In other words, some people will never suffer from burnout regardless of the pressure on them. Others may find they’re struggling under what is considered ‘manageable’ stress. As with everything when it comes to mental wellbeing, burnout is not the same for everyone.

There is no single medical definition of ‘burnout’, but its symptoms tend to mirror that of severe anxiety, depression and other mental illnesses. People may feel exhausted, confused by decision making and struggle to find motivation. They may also doubt their own skills and ability and suffer with low self-esteem or a sudden drop in confidence. And with mental health struggles on the rise thanks to the pandemic, more people than ever are in danger of reaching burnout. 

Is stress ever a good thing?

Scientists now think that some level of stress is a good thing for people. The right kind of stress acts as a motivator and stimulus to achieve. But a long period of excess stress is widely thought to be bad for an individual.

Physiological reasons for this are down to the hormones released in the body at times of stress. Think of ‘fight or flight’. When you feel stressed or anxious, your body releases adrenaline and cortisol and these hormones cause physical reactions. Your heart rate may increase, blood flow changes could lead to panic attacks or you may lose your appetite. Perhaps you can’t sleep much or, conversely, you find you want to sleep all the time.Either way, this feeling will make you nervous, jumpy and affect your emotions. This is wearing not only on your mind, but also your body. People who undergo long periods of stress are more likely to become physically unwell. In extreme cases, unattended burnout can lead to chronic fatigue syndrome (CFS) or Myalgic Encephalopathy (ME). These are neurological conditions that are thought to be exacerbated or sometimes stimulated by stress. Symptoms include physical affects ranging from muscle aches to migraines and mental effects such as poor short-term memory and inability to focus.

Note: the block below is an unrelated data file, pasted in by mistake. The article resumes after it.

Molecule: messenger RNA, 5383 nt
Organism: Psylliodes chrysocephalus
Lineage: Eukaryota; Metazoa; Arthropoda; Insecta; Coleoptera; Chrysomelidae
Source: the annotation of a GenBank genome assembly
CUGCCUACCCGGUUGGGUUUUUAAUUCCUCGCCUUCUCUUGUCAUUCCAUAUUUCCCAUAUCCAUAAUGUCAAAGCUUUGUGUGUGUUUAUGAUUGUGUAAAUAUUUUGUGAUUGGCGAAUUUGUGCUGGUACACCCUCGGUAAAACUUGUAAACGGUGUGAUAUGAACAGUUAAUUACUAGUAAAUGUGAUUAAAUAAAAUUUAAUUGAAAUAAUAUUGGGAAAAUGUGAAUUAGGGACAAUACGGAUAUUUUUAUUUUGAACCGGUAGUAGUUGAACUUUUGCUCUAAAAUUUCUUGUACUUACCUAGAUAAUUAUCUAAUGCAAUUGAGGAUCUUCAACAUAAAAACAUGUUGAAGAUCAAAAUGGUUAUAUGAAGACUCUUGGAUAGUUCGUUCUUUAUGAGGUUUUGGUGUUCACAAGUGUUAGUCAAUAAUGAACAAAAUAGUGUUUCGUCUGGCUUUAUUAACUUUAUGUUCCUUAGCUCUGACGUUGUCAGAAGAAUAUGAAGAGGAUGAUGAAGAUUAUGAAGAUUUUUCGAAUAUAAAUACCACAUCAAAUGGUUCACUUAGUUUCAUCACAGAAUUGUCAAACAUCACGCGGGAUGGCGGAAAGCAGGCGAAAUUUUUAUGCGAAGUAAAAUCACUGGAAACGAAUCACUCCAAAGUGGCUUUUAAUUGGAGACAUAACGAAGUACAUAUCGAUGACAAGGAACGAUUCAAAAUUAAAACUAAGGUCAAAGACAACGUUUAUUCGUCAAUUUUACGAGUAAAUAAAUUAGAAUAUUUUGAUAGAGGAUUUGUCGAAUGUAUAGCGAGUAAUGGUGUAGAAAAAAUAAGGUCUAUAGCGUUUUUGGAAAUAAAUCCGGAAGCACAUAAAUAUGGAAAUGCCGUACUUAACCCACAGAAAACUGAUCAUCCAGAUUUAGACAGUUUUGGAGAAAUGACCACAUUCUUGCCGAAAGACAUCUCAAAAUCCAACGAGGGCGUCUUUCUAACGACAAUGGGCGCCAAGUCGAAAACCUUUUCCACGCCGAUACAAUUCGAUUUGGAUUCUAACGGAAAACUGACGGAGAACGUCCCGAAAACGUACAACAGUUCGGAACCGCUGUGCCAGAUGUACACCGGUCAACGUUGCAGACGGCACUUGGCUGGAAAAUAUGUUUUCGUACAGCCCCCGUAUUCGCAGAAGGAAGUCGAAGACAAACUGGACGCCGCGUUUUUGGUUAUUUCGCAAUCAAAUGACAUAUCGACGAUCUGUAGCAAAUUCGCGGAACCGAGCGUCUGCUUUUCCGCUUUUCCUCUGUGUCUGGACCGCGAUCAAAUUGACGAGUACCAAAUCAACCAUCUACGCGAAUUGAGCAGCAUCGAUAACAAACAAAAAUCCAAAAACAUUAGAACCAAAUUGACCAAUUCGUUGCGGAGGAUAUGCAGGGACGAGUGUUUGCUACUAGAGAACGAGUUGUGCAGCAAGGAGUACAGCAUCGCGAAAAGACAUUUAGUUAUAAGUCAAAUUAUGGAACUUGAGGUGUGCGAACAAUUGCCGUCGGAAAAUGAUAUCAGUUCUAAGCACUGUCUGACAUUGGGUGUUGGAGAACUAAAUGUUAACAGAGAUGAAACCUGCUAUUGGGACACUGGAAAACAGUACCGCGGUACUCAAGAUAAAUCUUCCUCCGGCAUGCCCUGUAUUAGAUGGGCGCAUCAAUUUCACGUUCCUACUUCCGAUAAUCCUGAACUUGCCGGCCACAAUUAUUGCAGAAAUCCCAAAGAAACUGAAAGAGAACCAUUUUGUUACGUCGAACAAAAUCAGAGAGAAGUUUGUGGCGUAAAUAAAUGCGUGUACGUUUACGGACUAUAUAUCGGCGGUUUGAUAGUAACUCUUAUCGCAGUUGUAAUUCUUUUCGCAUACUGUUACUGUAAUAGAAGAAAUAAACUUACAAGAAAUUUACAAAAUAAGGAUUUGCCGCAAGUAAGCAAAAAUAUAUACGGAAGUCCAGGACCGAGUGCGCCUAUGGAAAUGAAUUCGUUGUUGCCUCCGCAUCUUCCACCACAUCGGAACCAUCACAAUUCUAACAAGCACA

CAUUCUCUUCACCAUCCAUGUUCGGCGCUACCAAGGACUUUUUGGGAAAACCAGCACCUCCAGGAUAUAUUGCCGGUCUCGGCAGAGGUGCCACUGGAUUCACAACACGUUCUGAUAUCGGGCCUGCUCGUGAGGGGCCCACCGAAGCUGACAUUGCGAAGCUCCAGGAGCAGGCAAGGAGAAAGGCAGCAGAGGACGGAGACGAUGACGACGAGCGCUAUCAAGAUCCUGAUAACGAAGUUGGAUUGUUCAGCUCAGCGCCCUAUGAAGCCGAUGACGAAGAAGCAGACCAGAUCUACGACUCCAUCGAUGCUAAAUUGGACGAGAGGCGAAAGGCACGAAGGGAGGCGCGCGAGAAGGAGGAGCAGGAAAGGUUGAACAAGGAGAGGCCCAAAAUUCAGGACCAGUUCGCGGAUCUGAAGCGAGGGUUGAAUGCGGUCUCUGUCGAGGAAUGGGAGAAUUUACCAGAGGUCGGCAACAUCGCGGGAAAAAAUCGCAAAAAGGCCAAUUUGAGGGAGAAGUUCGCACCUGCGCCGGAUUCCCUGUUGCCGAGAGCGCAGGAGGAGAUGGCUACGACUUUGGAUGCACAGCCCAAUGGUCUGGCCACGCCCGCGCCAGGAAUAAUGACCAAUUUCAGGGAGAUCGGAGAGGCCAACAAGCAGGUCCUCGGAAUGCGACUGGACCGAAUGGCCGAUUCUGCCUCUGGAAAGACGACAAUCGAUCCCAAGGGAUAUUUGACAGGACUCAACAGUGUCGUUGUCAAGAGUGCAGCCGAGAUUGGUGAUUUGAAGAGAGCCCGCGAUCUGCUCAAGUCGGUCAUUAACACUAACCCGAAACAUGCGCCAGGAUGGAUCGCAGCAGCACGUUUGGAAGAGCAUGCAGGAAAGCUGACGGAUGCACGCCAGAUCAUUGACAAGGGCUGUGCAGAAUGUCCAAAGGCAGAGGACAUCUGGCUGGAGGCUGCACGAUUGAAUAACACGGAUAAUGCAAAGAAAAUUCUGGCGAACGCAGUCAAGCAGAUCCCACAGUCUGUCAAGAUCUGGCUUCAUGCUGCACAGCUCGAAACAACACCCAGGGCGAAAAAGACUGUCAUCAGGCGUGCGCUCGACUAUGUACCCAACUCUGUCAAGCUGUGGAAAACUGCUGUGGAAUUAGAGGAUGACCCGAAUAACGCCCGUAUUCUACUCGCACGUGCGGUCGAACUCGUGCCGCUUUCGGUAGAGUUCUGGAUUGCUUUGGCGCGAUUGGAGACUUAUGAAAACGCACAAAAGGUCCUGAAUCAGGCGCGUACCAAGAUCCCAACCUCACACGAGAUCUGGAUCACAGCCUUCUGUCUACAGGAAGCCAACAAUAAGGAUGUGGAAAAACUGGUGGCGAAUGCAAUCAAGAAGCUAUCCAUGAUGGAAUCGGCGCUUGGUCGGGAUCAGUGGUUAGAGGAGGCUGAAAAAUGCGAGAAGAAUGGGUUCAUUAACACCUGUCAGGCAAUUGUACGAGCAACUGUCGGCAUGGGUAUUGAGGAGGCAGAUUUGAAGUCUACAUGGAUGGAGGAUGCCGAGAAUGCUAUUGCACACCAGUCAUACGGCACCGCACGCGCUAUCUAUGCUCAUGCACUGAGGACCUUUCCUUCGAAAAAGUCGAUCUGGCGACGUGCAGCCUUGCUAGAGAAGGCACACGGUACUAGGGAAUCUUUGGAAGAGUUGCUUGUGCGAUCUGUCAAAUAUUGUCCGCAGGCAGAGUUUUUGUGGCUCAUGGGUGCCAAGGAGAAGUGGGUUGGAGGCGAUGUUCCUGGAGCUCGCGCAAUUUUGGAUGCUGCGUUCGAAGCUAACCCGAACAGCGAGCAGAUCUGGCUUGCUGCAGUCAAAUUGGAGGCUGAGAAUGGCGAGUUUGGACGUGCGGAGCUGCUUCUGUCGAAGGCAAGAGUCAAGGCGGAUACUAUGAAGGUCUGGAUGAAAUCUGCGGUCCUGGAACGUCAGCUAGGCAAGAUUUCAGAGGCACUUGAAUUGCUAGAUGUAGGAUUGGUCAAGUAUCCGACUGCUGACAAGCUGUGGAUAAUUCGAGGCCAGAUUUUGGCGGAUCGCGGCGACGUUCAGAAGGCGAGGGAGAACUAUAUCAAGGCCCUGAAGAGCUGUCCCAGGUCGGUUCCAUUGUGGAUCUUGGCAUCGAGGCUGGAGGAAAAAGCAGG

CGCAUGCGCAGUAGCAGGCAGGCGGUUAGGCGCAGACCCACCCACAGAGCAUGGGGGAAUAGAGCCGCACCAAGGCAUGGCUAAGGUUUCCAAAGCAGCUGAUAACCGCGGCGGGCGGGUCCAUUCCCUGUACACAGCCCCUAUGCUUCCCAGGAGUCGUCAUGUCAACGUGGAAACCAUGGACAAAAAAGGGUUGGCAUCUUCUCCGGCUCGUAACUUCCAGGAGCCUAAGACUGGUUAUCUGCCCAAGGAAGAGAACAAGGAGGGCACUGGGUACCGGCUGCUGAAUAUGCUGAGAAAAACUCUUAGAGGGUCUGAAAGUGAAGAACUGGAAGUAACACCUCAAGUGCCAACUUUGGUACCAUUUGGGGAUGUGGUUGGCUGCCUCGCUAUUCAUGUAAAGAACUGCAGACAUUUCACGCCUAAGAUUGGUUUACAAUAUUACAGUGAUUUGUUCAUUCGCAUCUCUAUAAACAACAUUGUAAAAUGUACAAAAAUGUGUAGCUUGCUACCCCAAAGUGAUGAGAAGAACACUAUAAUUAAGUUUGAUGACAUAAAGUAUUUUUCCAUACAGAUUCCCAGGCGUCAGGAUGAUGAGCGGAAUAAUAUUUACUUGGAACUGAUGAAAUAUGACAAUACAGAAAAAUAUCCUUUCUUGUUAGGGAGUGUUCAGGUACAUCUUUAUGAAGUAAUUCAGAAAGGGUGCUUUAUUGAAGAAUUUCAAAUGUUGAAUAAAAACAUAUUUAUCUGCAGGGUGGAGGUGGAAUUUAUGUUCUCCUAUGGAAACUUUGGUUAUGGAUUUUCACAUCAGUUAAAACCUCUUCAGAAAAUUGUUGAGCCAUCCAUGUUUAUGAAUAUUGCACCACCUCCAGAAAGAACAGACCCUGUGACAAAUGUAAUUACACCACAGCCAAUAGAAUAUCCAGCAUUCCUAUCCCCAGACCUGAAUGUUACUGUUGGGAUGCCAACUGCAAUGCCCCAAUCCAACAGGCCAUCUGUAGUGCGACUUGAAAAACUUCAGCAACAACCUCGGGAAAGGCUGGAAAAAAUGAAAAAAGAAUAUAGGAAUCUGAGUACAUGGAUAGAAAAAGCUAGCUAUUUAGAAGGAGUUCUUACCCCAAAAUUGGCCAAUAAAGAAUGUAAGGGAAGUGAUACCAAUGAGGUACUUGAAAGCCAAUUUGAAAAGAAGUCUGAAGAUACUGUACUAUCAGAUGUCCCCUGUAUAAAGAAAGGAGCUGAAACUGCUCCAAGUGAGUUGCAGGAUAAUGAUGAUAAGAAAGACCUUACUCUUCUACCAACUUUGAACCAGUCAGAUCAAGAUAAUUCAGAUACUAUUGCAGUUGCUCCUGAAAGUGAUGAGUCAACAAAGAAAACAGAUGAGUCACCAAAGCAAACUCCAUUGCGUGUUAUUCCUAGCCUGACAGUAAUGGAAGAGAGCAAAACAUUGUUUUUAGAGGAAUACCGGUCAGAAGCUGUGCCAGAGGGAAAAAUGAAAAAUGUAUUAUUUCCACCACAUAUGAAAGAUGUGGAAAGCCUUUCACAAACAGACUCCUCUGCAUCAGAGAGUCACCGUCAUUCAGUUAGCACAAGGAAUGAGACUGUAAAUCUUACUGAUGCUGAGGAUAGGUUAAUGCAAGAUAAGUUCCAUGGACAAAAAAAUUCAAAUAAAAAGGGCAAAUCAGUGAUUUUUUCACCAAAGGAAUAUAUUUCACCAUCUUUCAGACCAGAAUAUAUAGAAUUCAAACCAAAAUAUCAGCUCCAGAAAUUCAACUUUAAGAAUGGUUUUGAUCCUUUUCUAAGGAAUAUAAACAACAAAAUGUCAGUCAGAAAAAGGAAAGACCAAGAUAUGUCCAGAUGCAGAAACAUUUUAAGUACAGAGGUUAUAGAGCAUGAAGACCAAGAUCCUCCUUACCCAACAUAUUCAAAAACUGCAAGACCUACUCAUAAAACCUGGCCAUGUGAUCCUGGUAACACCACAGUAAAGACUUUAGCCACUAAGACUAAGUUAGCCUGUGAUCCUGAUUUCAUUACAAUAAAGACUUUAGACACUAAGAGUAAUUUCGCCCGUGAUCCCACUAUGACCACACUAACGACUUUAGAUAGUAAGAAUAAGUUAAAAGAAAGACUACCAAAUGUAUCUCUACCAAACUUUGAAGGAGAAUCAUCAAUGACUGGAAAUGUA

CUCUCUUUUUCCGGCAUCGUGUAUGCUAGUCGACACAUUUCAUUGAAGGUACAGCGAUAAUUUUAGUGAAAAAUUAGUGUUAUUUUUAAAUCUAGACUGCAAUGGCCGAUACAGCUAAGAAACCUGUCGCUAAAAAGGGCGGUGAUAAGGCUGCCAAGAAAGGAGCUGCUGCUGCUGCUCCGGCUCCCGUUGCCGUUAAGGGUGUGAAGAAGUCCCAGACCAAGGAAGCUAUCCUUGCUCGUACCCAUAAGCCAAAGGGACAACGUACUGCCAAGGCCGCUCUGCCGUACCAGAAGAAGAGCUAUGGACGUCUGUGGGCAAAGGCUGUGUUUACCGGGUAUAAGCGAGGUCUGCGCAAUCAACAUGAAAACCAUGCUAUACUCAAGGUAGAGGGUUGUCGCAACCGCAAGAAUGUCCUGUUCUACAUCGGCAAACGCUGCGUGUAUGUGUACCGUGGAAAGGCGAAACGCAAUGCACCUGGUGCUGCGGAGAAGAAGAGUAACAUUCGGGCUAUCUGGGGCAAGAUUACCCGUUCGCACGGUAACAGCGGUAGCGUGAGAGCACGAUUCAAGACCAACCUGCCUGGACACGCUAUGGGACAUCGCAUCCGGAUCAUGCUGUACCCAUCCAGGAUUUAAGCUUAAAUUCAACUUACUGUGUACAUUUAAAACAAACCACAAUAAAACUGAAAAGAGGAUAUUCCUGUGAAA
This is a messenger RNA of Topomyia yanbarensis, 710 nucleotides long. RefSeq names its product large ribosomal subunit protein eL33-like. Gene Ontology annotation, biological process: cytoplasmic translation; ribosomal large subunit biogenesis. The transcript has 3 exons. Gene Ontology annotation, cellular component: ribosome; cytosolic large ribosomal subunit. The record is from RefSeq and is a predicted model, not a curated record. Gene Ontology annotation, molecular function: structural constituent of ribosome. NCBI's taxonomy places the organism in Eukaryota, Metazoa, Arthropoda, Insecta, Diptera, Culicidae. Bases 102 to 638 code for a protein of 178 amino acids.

How to avoiding burnout

The best way to deal with the possibility of burnout is to prevent it from happening. When you’re in the thick of it, finding ways out can be difficult. It’s important to make changes to how you work and live to ensure you’re protected from too much work stress. Do it before you ever experience burnout, and you can avoid it indefinitely.